February 2017 - Richard and I met with Michael Strand, the Suffolk Wildlife Trust’s Development Officer in Leavenheath. We drove down a long stony track and through a gate, which opened up into a huge expanse of wild countryside. It was raining, as it duly does when we go to see the trees being planted by the SWT! We pledged a long time ago now to plant a tree for every order received. We still do this and attend the tree planting personally. It takes place once a year with the Suffolk Wildlife Trust and this year a new green lane is being planted.
The rain was steadily falling as the wind billowed around the volunteers who seemed in good spirits regardless of the weather. The men and woman were on a Team Building day away from their desks and warm office. This was the Customer Service Team from UK Power Networks. The volunteers are allocated two days a year to work with the Suffolk Wildlife Trust.
The planting was at Kingsland Copse, part of Ager Fen and Spouces Vale and was planned so that the new hedgerows would one day connect to the existing hedges of trees providing habitat for all sorts of species, especially the dormice which in recent years have dwindled in number.
We were told that the dormouse is doing very well in this area due to their re-population of the habitat provided for them. They eat a mixture of flowers, nectar, hawthorn, autumn berries, blackberries and haws. Creating this new green lane would provide more of a playground home for them.
The rough mix of trees planted was approximately 50% hazel, 25% blackthorn and a selection of buckthorn, dog rose and oak which, we were told, are good for bats because they grow bigger than the other tree species.
It’s all good news and Michael told us that the whole area that the Suffolk Wildlife Trust now own and manage around Ager Fen is now home to the nightingale again. It was absent for around ten years but is now back so this in itself shows the area is becoming rich in resources in which the wild world needs to flourish.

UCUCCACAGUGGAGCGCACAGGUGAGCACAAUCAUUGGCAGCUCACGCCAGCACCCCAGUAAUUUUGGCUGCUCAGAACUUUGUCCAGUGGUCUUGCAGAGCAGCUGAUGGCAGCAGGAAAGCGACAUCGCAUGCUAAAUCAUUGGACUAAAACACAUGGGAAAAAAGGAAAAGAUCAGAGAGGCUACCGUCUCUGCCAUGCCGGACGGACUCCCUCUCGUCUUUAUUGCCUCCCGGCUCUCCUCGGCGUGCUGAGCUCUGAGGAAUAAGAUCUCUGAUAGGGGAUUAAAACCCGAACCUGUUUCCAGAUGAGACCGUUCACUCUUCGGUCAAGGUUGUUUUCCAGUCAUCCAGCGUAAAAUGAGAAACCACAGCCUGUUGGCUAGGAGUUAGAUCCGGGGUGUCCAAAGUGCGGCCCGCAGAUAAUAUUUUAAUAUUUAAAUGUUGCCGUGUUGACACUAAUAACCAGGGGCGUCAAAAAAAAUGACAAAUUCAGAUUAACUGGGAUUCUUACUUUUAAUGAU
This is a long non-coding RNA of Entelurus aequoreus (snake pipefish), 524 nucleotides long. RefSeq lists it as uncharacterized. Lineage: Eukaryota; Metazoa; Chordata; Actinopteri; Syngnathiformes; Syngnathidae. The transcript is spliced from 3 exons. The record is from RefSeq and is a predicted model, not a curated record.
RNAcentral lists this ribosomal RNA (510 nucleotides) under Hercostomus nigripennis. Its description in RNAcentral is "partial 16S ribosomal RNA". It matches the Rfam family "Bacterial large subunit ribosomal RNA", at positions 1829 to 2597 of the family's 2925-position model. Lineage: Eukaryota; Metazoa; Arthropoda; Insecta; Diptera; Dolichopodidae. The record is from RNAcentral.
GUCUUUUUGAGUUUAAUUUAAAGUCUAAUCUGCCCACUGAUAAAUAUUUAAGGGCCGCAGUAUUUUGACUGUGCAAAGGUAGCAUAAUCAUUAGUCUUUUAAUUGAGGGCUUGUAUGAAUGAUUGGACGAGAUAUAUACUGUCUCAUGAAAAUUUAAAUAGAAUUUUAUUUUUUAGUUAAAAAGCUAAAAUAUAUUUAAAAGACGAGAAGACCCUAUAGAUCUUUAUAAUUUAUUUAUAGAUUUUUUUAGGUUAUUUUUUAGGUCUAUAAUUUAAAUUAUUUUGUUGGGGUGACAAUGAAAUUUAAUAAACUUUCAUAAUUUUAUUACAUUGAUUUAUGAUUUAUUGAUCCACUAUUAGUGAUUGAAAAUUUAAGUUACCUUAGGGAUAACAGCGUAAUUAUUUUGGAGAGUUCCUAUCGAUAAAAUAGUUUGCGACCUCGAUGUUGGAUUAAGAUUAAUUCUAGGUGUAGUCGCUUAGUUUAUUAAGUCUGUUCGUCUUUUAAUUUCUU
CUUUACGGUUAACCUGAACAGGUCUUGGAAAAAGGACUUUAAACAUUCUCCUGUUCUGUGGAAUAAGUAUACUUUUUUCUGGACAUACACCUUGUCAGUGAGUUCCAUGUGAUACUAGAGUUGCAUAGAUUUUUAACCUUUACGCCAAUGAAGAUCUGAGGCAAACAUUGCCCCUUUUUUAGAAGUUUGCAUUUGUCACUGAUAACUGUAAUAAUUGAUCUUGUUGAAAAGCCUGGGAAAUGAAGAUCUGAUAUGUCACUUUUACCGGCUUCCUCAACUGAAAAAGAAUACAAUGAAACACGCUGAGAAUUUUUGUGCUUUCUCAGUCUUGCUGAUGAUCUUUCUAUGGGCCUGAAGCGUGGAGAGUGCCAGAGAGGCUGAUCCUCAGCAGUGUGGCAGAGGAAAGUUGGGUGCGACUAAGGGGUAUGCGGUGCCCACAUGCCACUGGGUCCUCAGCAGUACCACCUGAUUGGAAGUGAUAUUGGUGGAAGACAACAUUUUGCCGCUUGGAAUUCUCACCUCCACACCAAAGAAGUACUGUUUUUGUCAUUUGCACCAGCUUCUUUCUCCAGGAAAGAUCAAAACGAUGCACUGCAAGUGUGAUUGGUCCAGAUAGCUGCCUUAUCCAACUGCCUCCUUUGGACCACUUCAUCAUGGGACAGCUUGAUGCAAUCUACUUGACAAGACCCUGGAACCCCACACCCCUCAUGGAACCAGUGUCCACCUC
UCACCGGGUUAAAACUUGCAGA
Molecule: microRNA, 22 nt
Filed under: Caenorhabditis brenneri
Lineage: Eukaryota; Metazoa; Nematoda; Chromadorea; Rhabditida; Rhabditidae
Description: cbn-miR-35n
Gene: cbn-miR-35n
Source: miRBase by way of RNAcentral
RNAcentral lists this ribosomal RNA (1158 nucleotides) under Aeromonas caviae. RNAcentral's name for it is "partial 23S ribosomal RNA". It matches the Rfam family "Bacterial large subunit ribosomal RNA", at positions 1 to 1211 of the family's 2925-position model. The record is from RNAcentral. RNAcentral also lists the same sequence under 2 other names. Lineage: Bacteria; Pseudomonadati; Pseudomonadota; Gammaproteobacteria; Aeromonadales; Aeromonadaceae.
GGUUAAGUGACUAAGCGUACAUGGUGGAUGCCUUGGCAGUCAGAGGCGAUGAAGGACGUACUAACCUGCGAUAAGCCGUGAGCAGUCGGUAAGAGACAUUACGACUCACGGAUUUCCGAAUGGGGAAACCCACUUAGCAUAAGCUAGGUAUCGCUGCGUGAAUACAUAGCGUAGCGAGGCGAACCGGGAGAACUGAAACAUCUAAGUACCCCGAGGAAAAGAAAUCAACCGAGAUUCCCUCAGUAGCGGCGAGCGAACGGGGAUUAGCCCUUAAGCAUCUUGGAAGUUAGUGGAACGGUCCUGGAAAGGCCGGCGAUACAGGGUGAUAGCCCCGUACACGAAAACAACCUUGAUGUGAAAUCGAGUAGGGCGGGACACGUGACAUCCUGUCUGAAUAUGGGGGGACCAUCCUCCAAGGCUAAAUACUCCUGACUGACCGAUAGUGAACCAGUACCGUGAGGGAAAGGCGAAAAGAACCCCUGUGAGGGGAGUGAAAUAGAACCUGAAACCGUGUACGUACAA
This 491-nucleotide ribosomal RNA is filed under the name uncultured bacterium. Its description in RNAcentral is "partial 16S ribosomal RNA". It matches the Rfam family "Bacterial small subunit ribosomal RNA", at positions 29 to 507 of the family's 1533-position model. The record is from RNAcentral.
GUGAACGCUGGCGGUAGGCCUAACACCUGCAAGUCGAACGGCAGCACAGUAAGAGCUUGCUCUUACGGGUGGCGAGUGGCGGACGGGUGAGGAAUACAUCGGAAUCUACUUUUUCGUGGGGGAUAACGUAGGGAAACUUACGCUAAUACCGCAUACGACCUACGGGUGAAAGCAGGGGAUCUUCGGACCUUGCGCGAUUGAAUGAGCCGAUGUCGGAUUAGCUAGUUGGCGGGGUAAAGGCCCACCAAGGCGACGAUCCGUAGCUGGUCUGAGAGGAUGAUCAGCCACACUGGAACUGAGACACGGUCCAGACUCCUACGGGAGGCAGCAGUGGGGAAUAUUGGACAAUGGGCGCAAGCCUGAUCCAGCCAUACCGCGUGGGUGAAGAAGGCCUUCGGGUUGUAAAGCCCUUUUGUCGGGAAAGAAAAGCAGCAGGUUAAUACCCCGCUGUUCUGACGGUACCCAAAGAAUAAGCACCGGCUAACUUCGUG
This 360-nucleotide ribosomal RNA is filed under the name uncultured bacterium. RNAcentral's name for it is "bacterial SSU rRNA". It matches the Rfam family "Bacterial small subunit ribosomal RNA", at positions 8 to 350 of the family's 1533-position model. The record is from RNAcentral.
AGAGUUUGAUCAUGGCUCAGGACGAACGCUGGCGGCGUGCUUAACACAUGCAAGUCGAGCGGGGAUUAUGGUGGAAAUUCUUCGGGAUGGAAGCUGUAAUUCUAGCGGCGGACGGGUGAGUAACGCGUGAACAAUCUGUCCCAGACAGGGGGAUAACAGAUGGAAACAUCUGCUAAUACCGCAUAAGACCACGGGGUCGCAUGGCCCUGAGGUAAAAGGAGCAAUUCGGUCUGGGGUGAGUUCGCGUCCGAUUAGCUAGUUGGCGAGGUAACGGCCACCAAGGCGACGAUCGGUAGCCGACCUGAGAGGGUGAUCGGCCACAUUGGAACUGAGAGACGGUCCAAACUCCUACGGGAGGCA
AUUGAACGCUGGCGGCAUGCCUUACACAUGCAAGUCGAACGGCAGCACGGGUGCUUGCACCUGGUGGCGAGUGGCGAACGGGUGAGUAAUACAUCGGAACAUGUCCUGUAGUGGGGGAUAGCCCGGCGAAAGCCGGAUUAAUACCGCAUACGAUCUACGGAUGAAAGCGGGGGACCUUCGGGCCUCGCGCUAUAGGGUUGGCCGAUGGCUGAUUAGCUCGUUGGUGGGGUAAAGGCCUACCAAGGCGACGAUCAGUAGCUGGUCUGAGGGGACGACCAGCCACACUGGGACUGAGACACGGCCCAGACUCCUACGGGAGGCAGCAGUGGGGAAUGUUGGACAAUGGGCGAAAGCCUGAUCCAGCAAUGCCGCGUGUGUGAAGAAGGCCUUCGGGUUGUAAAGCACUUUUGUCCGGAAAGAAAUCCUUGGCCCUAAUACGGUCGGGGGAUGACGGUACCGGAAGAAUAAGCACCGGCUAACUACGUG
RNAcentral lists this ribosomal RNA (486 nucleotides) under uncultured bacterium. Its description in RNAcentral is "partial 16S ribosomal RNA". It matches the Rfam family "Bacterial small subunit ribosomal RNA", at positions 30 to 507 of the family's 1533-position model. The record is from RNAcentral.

April 2016 - The weather was terrible, but driving rain doesn’t stop volunteers from the Suffolk Wildlife Trust. They were planting trees donated by Made by the Forge; we’ve done this to help offset CO2 emissions. We were at Levington Lagoon Nature Reserve, and learned that the new belt of trees will soften the edge between grassland and woodland and increase the diversity of habitats. With luck the new trees will attract whitethroat, blackcap and other warblers.
February 2016 - Tree planting funds have again been donated to the Suffolk Wildlife Trust. They use the money to buy trees and we are sponsoring, this Spring, two conservation projects: tree planting at Bradfield Woods and tree planting at Levington Lagoon.
Michael Strand the Trusts Development Manager shares below the latest information about what is happening at Bradfield Woods and why their tree planting is so important for the Dormice.
The trees planted by our Junior Rangers on the southern side of Bradfield Woods National Nature Reserve are to link this stronghold for Dormice with the outlying ancient copse named Glebe Wood. The 300 metre stretch of hedgerow which has now been fenced to reduce browsing pressure from deer is hoped to provide a corridor for Dormice to move across the surrounding arable fields. On the seven point scale of success for any reintroduced species, the final seventh point is to determine successful recolonization away from the original reintroduced area. This has happened at Bradfield Woods along the more westerly edges already and it is hoped the hedgerow planting linking Glebe Wood will replicate this success.
Simon Barnes says: “It’s all about connections. A good deal of the Trust’s work involves corridors: joining up good bits of habitat so that the wildlife can commute from one to the other. It’s a principle operated by conservation organisations across the world. The Trust has established corridors between woods that are now used by dormice.” Suffolk Wildlife Trust magazine, January 2016.
Made by the Forge is proud that it is planting trees and proud that its hand-made, wrought iron products are Blacksmith made in Suffolk. We make every effort to offset our CO2 emissions; and make sure that what the company takes from the Suffolk environment, it puts back into the Suffolk environment.
Trees planting by Junior Rangers on the southern side of Bradfield Woods National Nature Reserve
Richard has a passion for the countryside and all the fine things that go with it. Planting trees, growing vegetables and fruit, preserving, cooking and eating it. His love of the environment has led him to pledge planting trees to offset CO2.
Planting takes place once a year in the Spring based on the number of orders in the previous year. Follow our blog for updates or scroll down to read the history.
Self-sufficiency is the driving force behind the business. He believes in having a quality product that will last a life time and that good living should not cost the earth.
Singing Wren by Stewart McDonald